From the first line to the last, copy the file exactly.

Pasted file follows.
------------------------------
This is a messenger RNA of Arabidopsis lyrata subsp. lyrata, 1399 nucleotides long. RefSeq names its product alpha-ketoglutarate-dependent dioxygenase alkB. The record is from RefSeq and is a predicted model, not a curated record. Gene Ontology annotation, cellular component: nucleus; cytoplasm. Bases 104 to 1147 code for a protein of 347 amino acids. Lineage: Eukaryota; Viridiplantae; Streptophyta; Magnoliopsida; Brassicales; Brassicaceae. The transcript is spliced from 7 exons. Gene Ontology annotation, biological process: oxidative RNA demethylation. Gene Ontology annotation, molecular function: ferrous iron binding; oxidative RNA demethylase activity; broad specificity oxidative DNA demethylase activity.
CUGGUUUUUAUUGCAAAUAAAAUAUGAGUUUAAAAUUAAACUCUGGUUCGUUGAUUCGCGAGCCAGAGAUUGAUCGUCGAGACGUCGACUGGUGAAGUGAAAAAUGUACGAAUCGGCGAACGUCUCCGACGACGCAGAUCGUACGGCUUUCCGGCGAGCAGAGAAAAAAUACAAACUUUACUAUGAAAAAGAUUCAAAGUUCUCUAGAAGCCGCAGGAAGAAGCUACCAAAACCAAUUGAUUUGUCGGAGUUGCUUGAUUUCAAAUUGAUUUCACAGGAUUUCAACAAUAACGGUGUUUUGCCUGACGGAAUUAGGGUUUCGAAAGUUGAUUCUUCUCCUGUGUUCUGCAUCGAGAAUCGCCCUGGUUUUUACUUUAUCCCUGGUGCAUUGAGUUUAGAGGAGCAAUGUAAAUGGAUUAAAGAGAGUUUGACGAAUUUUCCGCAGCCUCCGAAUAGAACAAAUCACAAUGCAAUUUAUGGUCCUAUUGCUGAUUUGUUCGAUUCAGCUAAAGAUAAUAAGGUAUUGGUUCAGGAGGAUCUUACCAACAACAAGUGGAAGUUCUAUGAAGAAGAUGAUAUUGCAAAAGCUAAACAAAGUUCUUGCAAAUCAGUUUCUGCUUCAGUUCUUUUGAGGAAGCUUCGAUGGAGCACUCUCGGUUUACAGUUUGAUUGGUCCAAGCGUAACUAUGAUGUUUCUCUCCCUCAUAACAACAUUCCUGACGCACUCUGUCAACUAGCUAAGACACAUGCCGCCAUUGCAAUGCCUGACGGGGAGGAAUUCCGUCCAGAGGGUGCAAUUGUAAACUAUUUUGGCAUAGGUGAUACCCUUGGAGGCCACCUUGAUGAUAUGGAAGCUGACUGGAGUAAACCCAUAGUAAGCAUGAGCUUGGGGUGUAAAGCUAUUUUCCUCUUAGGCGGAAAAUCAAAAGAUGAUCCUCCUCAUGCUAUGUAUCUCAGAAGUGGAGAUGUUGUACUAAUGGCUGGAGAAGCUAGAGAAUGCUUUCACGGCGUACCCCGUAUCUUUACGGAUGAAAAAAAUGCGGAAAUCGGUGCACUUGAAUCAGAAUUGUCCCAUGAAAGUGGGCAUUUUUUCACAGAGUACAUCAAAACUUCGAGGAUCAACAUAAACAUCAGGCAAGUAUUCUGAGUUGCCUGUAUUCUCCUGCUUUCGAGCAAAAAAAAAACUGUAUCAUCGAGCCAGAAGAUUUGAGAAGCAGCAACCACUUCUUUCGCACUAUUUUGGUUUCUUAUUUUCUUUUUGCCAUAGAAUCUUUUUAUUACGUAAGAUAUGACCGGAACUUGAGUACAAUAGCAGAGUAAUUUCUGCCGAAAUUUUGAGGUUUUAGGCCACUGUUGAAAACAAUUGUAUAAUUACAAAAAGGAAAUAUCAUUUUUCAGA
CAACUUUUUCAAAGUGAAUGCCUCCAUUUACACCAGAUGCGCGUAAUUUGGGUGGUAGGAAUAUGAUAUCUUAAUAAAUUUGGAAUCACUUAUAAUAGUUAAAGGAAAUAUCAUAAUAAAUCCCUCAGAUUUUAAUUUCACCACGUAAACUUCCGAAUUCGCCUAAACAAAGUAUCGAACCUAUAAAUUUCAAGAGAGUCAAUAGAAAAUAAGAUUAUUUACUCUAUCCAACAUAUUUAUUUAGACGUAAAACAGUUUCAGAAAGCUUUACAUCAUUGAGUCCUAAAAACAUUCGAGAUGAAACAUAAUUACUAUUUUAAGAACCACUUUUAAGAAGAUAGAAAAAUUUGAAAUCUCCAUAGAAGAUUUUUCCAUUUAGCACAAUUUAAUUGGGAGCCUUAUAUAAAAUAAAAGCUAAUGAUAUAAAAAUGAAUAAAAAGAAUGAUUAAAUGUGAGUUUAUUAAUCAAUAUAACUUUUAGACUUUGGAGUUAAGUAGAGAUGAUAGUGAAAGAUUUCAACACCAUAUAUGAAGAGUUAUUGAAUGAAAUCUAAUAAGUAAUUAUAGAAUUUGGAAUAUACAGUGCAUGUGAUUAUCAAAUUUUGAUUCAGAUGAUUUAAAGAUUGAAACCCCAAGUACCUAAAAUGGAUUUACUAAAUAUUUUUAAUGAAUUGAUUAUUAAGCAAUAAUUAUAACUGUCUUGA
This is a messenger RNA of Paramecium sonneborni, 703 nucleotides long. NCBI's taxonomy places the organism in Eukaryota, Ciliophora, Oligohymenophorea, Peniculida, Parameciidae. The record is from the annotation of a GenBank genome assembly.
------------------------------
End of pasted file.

This is a messenger RNA of Arabidopsis lyrata subsp. lyrata, 1399 nucleotides long. RefSeq names its product alpha-ketoglutarate-dependent dioxygenase alkB. The record is from RefSeq and is a predicted model, not a curated record. Gene Ontology annotation, cellular component: nucleus; cytoplasm. Bases 104 to 1147 code for a protein of 347 amino acids. Lineage: Eukaryota; Viridiplantae; Streptophyta; Magnoliopsida; Brassicales; Brassicaceae. The transcript is spliced from 7 exons. Gene Ontology annotation, biological process: oxidative RNA demethylation. Gene Ontology annotation, molecular function: ferrous iron binding; oxidative RNA demethylase activity; broad specificity oxidative DNA demethylase activity.
CUGGUUUUUAUUGCAAAUAAAAUAUGAGUUUAAAAUUAAACUCUGGUUCGUUGAUUCGCGAGCCAGAGAUUGAUCGUCGAGACGUCGACUGGUGAAGUGAAAAAUGUACGAAUCGGCGAACGUCUCCGACGACGCAGAUCGUACGGCUUUCCGGCGAGCAGAGAAAAAAUACAAACUUUACUAUGAAAAAGAUUCAAAGUUCUCUAGAAGCCGCAGGAAGAAGCUACCAAAACCAAUUGAUUUGUCGGAGUUGCUUGAUUUCAAAUUGAUUUCACAGGAUUUCAACAAUAACGGUGUUUUGCCUGACGGAAUUAGGGUUUCGAAAGUUGAUUCUUCUCCUGUGUUCUGCAUCGAGAAUCGCCCUGGUUUUUACUUUAUCCCUGGUGCAUUGAGUUUAGAGGAGCAAUGUAAAUGGAUUAAAGAGAGUUUGACGAAUUUUCCGCAGCCUCCGAAUAGAACAAAUCACAAUGCAAUUUAUGGUCCUAUUGCUGAUUUGUUCGAUUCAGCUAAAGAUAAUAAGGUAUUGGUUCAGGAGGAUCUUACCAACAACAAGUGGAAGUUCUAUGAAGAAGAUGAUAUUGCAAAAGCUAAACAAAGUUCUUGCAAAUCAGUUUCUGCUUCAGUUCUUUUGAGGAAGCUUCGAUGGAGCACUCUCGGUUUACAGUUUGAUUGGUCCAAGCGUAACUAUGAUGUUUCUCUCCCUCAUAACAACAUUCCUGACGCACUCUGUCAACUAGCUAAGACACAUGCCGCCAUUGCAAUGCCUGACGGGGAGGAAUUCCGUCCAGAGGGUGCAAUUGUAAACUAUUUUGGCAUAGGUGAUACCCUUGGAGGCCACCUUGAUGAUAUGGAAGCUGACUGGAGUAAACCCAUAGUAAGCAUGAGCUUGGGGUGUAAAGCUAUUUUCCUCUUAGGCGGAAAAUCAAAAGAUGAUCCUCCUCAUGCUAUGUAUCUCAGAAGUGGAGAUGUUGUACUAAUGGCUGGAGAAGCUAGAGAAUGCUUUCACGGCGUACCCCGUAUCUUUACGGAUGAAAAAAAUGCGGAAAUCGGUGCACUUGAAUCAGAAUUGUCCCAUGAAAGUGGGCAUUUUUUCACAGAGUACAUCAAAACUUCGAGGAUCAACAUAAACAUCAGGCAAGUAUUCUGAGUUGCCUGUAUUCUCCUGCUUUCGAGCAAAAAAAAAACUGUAUCAUCGAGCCAGAAGAUUUGAGAAGCAGCAACCACUUCUUUCGCACUAUUUUGGUUUCUUAUUUUCUUUUUGCCAUAGAAUCUUUUUAUUACGUAAGAUAUGACCGGAACUUGAGUACAAUAGCAGAGUAAUUUCUGCCGAAAUUUUGAGGUUUUAGGCCACUGUUGAAAACAAUUGUAUAAUUACAAAAAGGAAAUAUCAUUUUUCAGA
CAACUUUUUCAAAGUGAAUGCCUCCAUUUACACCAGAUGCGCGUAAUUUGGGUGGUAGGAAUAUGAUAUCUUAAUAAAUUUGGAAUCACUUAUAAUAGUUAAAGGAAAUAUCAUAAUAAAUCCCUCAGAUUUUAAUUUCACCACGUAAACUUCCGAAUUCGCCUAAACAAAGUAUCGAACCUAUAAAUUUCAAGAGAGUCAAUAGAAAAUAAGAUUAUUUACUCUAUCCAACAUAUUUAUUUAGACGUAAAACAGUUUCAGAAAGCUUUACAUCAUUGAGUCCUAAAAACAUUCGAGAUGAAACAUAAUUACUAUUUUAAGAACCACUUUUAAGAAGAUAGAAAAAUUUGAAAUCUCCAUAGAAGAUUUUUCCAUUUAGCACAAUUUAAUUGGGAGCCUUAUAUAAAAUAAAAGCUAAUGAUAUAAAAAUGAAUAAAAAGAAUGAUUAAAUGUGAGUUUAUUAAUCAAUAUAACUUUUAGACUUUGGAGUUAAGUAGAGAUGAUAGUGAAAGAUUUCAACACCAUAUAUGAAGAGUUAUUGAAUGAAAUCUAAUAAGUAAUUAUAGAAUUUGGAAUAUACAGUGCAUGUGAUUAUCAAAUUUUGAUUCAGAUGAUUUAAAGAUUGAAACCCCAAGUACCUAAAAUGGAUUUACUAAAUAUUUUUAAUGAAUUGAUUAUUAAGCAAUAAUUAUAACUGUCUUGA
This is a messenger RNA of Paramecium sonneborni, 703 nucleotides long. NCBI's taxonomy places the organism in Eukaryota, Ciliophora, Oligohymenophorea, Peniculida, Parameciidae. The record is from the annotation of a GenBank genome assembly.